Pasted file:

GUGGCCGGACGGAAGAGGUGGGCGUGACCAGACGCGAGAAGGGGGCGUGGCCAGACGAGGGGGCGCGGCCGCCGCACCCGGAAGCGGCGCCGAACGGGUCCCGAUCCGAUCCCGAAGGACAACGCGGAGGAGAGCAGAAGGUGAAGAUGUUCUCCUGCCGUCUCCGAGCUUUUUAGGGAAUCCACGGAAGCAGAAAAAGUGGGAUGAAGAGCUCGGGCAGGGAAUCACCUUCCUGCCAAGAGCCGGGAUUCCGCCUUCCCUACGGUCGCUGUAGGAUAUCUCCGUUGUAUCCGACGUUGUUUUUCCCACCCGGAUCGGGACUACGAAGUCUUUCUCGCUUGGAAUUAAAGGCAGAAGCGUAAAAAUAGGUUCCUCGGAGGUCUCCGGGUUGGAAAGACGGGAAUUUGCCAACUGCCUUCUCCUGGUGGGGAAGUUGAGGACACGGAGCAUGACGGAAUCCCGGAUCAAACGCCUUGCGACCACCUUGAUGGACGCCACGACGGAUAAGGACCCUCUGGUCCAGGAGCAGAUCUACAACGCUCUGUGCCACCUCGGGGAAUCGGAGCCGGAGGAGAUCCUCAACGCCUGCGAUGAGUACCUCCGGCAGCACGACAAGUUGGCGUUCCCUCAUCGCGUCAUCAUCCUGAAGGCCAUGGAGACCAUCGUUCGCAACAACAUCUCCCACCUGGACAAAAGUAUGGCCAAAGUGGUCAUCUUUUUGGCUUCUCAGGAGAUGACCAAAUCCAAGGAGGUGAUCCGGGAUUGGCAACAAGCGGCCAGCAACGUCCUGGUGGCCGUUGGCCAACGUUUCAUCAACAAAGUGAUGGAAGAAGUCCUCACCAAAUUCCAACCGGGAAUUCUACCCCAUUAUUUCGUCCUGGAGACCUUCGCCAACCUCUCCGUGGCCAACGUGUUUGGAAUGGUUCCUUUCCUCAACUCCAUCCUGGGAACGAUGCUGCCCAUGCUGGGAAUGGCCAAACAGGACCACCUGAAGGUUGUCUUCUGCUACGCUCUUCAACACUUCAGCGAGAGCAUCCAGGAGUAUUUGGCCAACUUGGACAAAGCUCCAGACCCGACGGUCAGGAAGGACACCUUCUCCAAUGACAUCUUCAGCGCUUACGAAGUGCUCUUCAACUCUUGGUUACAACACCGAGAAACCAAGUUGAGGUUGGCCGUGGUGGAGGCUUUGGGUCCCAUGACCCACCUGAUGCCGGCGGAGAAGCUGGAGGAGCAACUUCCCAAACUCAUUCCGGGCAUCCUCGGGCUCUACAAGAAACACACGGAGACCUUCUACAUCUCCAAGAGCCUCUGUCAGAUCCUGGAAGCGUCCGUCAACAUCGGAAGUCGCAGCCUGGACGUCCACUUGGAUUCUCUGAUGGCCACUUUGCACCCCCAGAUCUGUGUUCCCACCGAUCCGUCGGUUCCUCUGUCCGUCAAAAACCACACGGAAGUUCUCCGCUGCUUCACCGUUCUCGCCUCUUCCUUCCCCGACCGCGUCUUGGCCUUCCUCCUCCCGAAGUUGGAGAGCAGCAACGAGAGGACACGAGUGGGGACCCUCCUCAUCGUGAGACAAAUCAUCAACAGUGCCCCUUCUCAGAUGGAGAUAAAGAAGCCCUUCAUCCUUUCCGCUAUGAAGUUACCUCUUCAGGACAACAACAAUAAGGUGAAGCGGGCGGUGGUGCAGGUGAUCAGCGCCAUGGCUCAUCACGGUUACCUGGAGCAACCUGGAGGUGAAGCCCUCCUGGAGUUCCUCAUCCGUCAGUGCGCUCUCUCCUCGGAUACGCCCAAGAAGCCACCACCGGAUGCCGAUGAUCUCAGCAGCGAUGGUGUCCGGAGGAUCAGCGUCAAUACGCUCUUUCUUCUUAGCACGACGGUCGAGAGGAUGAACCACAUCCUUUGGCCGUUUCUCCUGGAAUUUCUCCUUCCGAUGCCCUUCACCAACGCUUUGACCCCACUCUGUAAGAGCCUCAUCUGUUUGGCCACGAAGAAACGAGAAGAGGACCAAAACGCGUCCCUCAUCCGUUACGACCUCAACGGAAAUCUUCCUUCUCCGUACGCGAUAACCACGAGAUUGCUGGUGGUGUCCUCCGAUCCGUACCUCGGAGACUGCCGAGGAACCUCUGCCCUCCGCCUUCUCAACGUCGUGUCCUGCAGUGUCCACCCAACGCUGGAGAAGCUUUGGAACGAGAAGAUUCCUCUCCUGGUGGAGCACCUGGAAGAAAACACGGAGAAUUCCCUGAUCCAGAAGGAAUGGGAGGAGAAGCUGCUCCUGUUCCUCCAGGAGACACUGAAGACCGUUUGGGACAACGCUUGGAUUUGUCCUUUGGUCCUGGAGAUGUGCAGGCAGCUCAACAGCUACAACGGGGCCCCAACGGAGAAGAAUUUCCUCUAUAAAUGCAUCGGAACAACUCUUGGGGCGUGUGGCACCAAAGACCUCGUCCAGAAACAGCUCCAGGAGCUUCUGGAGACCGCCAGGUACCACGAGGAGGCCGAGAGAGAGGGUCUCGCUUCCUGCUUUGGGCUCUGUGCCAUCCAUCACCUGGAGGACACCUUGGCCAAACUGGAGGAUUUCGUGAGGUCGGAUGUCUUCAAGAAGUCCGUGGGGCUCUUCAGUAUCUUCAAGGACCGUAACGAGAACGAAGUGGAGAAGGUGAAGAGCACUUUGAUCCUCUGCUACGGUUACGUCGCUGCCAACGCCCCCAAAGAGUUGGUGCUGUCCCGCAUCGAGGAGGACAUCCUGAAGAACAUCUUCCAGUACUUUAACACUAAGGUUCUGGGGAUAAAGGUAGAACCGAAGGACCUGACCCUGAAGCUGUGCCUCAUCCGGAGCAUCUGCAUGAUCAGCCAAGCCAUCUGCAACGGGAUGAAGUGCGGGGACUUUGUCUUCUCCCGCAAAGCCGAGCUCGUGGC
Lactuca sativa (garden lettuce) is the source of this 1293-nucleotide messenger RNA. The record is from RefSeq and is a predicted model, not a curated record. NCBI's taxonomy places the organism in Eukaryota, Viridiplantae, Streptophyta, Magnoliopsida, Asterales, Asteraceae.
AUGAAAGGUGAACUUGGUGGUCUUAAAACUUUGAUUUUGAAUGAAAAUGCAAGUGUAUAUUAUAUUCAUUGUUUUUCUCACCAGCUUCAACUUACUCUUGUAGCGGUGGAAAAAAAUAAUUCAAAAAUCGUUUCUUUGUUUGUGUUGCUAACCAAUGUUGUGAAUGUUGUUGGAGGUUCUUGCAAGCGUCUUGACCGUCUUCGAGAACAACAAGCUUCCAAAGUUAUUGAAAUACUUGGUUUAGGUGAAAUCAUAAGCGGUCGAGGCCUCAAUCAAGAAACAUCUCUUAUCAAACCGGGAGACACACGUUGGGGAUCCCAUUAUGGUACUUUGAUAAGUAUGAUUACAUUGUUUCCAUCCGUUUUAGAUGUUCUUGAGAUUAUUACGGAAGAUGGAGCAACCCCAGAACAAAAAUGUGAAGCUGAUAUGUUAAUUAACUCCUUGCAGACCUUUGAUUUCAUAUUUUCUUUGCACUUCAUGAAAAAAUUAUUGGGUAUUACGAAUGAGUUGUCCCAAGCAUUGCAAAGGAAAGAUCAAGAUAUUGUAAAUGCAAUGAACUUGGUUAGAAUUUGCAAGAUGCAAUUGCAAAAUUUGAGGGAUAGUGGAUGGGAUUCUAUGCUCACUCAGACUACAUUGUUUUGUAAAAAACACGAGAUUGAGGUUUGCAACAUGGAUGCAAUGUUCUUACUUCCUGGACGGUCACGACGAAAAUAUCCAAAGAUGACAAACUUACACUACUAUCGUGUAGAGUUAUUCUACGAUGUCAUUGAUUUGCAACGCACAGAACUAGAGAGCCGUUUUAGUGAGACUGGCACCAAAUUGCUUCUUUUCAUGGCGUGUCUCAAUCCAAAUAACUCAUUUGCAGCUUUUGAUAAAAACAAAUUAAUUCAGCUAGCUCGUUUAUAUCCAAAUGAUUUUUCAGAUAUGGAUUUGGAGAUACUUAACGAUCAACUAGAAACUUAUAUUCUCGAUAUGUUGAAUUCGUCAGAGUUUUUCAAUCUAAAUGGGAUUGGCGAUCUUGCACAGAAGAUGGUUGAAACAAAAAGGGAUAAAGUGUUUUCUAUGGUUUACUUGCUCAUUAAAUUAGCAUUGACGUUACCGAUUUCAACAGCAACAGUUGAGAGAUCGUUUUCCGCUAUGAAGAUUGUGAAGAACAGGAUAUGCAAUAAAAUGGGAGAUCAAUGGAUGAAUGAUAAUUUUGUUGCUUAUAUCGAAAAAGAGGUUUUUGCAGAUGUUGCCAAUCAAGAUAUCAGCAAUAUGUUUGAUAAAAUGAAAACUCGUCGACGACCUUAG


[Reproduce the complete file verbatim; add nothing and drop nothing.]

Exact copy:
GUGGCCGGACGGAAGAGGUGGGCGUGACCAGACGCGAGAAGGGGGCGUGGCCAGACGAGGGGGCGCGGCCGCCGCACCCGGAAGCGGCGCCGAACGGGUCCCGAUCCGAUCCCGAAGGACAACGCGGAGGAGAGCAGAAGGUGAAGAUGUUCUCCUGCCGUCUCCGAGCUUUUUAGGGAAUCCACGGAAGCAGAAAAAGUGGGAUGAAGAGCUCGGGCAGGGAAUCACCUUCCUGCCAAGAGCCGGGAUUCCGCCUUCCCUACGGUCGCUGUAGGAUAUCUCCGUUGUAUCCGACGUUGUUUUUCCCACCCGGAUCGGGACUACGAAGUCUUUCUCGCUUGGAAUUAAAGGCAGAAGCGUAAAAAUAGGUUCCUCGGAGGUCUCCGGGUUGGAAAGACGGGAAUUUGCCAACUGCCUUCUCCUGGUGGGGAAGUUGAGGACACGGAGCAUGACGGAAUCCCGGAUCAAACGCCUUGCGACCACCUUGAUGGACGCCACGACGGAUAAGGACCCUCUGGUCCAGGAGCAGAUCUACAACGCUCUGUGCCACCUCGGGGAAUCGGAGCCGGAGGAGAUCCUCAACGCCUGCGAUGAGUACCUCCGGCAGCACGACAAGUUGGCGUUCCCUCAUCGCGUCAUCAUCCUGAAGGCCAUGGAGACCAUCGUUCGCAACAACAUCUCCCACCUGGACAAAAGUAUGGCCAAAGUGGUCAUCUUUUUGGCUUCUCAGGAGAUGACCAAAUCCAAGGAGGUGAUCCGGGAUUGGCAACAAGCGGCCAGCAACGUCCUGGUGGCCGUUGGCCAACGUUUCAUCAACAAAGUGAUGGAAGAAGUCCUCACCAAAUUCCAACCGGGAAUUCUACCCCAUUAUUUCGUCCUGGAGACCUUCGCCAACCUCUCCGUGGCCAACGUGUUUGGAAUGGUUCCUUUCCUCAACUCCAUCCUGGGAACGAUGCUGCCCAUGCUGGGAAUGGCCAAACAGGACCACCUGAAGGUUGUCUUCUGCUACGCUCUUCAACACUUCAGCGAGAGCAUCCAGGAGUAUUUGGCCAACUUGGACAAAGCUCCAGACCCGACGGUCAGGAAGGACACCUUCUCCAAUGACAUCUUCAGCGCUUACGAAGUGCUCUUCAACUCUUGGUUACAACACCGAGAAACCAAGUUGAGGUUGGCCGUGGUGGAGGCUUUGGGUCCCAUGACCCACCUGAUGCCGGCGGAGAAGCUGGAGGAGCAACUUCCCAAACUCAUUCCGGGCAUCCUCGGGCUCUACAAGAAACACACGGAGACCUUCUACAUCUCCAAGAGCCUCUGUCAGAUCCUGGAAGCGUCCGUCAACAUCGGAAGUCGCAGCCUGGACGUCCACUUGGAUUCUCUGAUGGCCACUUUGCACCCCCAGAUCUGUGUUCCCACCGAUCCGUCGGUUCCUCUGUCCGUCAAAAACCACACGGAAGUUCUCCGCUGCUUCACCGUUCUCGCCUCUUCCUUCCCCGACCGCGUCUUGGCCUUCCUCCUCCCGAAGUUGGAGAGCAGCAACGAGAGGACACGAGUGGGGACCCUCCUCAUCGUGAGACAAAUCAUCAACAGUGCCCCUUCUCAGAUGGAGAUAAAGAAGCCCUUCAUCCUUUCCGCUAUGAAGUUACCUCUUCAGGACAACAACAAUAAGGUGAAGCGGGCGGUGGUGCAGGUGAUCAGCGCCAUGGCUCAUCACGGUUACCUGGAGCAACCUGGAGGUGAAGCCCUCCUGGAGUUCCUCAUCCGUCAGUGCGCUCUCUCCUCGGAUACGCCCAAGAAGCCACCACCGGAUGCCGAUGAUCUCAGCAGCGAUGGUGUCCGGAGGAUCAGCGUCAAUACGCUCUUUCUUCUUAGCACGACGGUCGAGAGGAUGAACCACAUCCUUUGGCCGUUUCUCCUGGAAUUUCUCCUUCCGAUGCCCUUCACCAACGCUUUGACCCCACUCUGUAAGAGCCUCAUCUGUUUGGCCACGAAGAAACGAGAAGAGGACCAAAACGCGUCCCUCAUCCGUUACGACCUCAACGGAAAUCUUCCUUCUCCGUACGCGAUAACCACGAGAUUGCUGGUGGUGUCCUCCGAUCCGUACCUCGGAGACUGCCGAGGAACCUCUGCCCUCCGCCUUCUCAACGUCGUGUCCUGCAGUGUCCACCCAACGCUGGAGAAGCUUUGGAACGAGAAGAUUCCUCUCCUGGUGGAGCACCUGGAAGAAAACACGGAGAAUUCCCUGAUCCAGAAGGAAUGGGAGGAGAAGCUGCUCCUGUUCCUCCAGGAGACACUGAAGACCGUUUGGGACAACGCUUGGAUUUGUCCUUUGGUCCUGGAGAUGUGCAGGCAGCUCAACAGCUACAACGGGGCCCCAACGGAGAAGAAUUUCCUCUAUAAAUGCAUCGGAACAACUCUUGGGGCGUGUGGCACCAAAGACCUCGUCCAGAAACAGCUCCAGGAGCUUCUGGAGACCGCCAGGUACCACGAGGAGGCCGAGAGAGAGGGUCUCGCUUCCUGCUUUGGGCUCUGUGCCAUCCAUCACCUGGAGGACACCUUGGCCAAACUGGAGGAUUUCGUGAGGUCGGAUGUCUUCAAGAAGUCCGUGGGGCUCUUCAGUAUCUUCAAGGACCGUAACGAGAACGAAGUGGAGAAGGUGAAGAGCACUUUGAUCCUCUGCUACGGUUACGUCGCUGCCAACGCCCCCAAAGAGUUGGUGCUGUCCCGCAUCGAGGAGGACAUCCUGAAGAACAUCUUCCAGUACUUUAACACUAAGGUUCUGGGGAUAAAGGUAGAACCGAAGGACCUGACCCUGAAGCUGUGCCUCAUCCGGAGCAUCUGCAUGAUCAGCCAAGCCAUCUGCAACGGGAUGAAGUGCGGGGACUUUGUCUUCUCCCGCAAAGCCGAGCUCGUGGC
Lactuca sativa (garden lettuce) is the source of this 1293-nucleotide messenger RNA. The record is from RefSeq and is a predicted model, not a curated record. NCBI's taxonomy places the organism in Eukaryota, Viridiplantae, Streptophyta, Magnoliopsida, Asterales, Asteraceae.
AUGAAAGGUGAACUUGGUGGUCUUAAAACUUUGAUUUUGAAUGAAAAUGCAAGUGUAUAUUAUAUUCAUUGUUUUUCUCACCAGCUUCAACUUACUCUUGUAGCGGUGGAAAAAAAUAAUUCAAAAAUCGUUUCUUUGUUUGUGUUGCUAACCAAUGUUGUGAAUGUUGUUGGAGGUUCUUGCAAGCGUCUUGACCGUCUUCGAGAACAACAAGCUUCCAAAGUUAUUGAAAUACUUGGUUUAGGUGAAAUCAUAAGCGGUCGAGGCCUCAAUCAAGAAACAUCUCUUAUCAAACCGGGAGACACACGUUGGGGAUCCCAUUAUGGUACUUUGAUAAGUAUGAUUACAUUGUUUCCAUCCGUUUUAGAUGUUCUUGAGAUUAUUACGGAAGAUGGAGCAACCCCAGAACAAAAAUGUGAAGCUGAUAUGUUAAUUAACUCCUUGCAGACCUUUGAUUUCAUAUUUUCUUUGCACUUCAUGAAAAAAUUAUUGGGUAUUACGAAUGAGUUGUCCCAAGCAUUGCAAAGGAAAGAUCAAGAUAUUGUAAAUGCAAUGAACUUGGUUAGAAUUUGCAAGAUGCAAUUGCAAAAUUUGAGGGAUAGUGGAUGGGAUUCUAUGCUCACUCAGACUACAUUGUUUUGUAAAAAACACGAGAUUGAGGUUUGCAACAUGGAUGCAAUGUUCUUACUUCCUGGACGGUCACGACGAAAAUAUCCAAAGAUGACAAACUUACACUACUAUCGUGUAGAGUUAUUCUACGAUGUCAUUGAUUUGCAACGCACAGAACUAGAGAGCCGUUUUAGUGAGACUGGCACCAAAUUGCUUCUUUUCAUGGCGUGUCUCAAUCCAAAUAACUCAUUUGCAGCUUUUGAUAAAAACAAAUUAAUUCAGCUAGCUCGUUUAUAUCCAAAUGAUUUUUCAGAUAUGGAUUUGGAGAUACUUAACGAUCAACUAGAAACUUAUAUUCUCGAUAUGUUGAAUUCGUCAGAGUUUUUCAAUCUAAAUGGGAUUGGCGAUCUUGCACAGAAGAUGGUUGAAACAAAAAGGGAUAAAGUGUUUUCUAUGGUUUACUUGCUCAUUAAAUUAGCAUUGACGUUACCGAUUUCAACAGCAACAGUUGAGAGAUCGUUUUCCGCUAUGAAGAUUGUGAAGAACAGGAUAUGCAAUAAAAUGGGAGAUCAAUGGAUGAAUGAUAAUUUUGUUGCUUAUAUCGAAAAAGAGGUUUUUGCAGAUGUUGCCAAUCAAGAUAUCAGCAAUAUGUUUGAUAAAAUGAAAACUCGUCGACGACCUUAG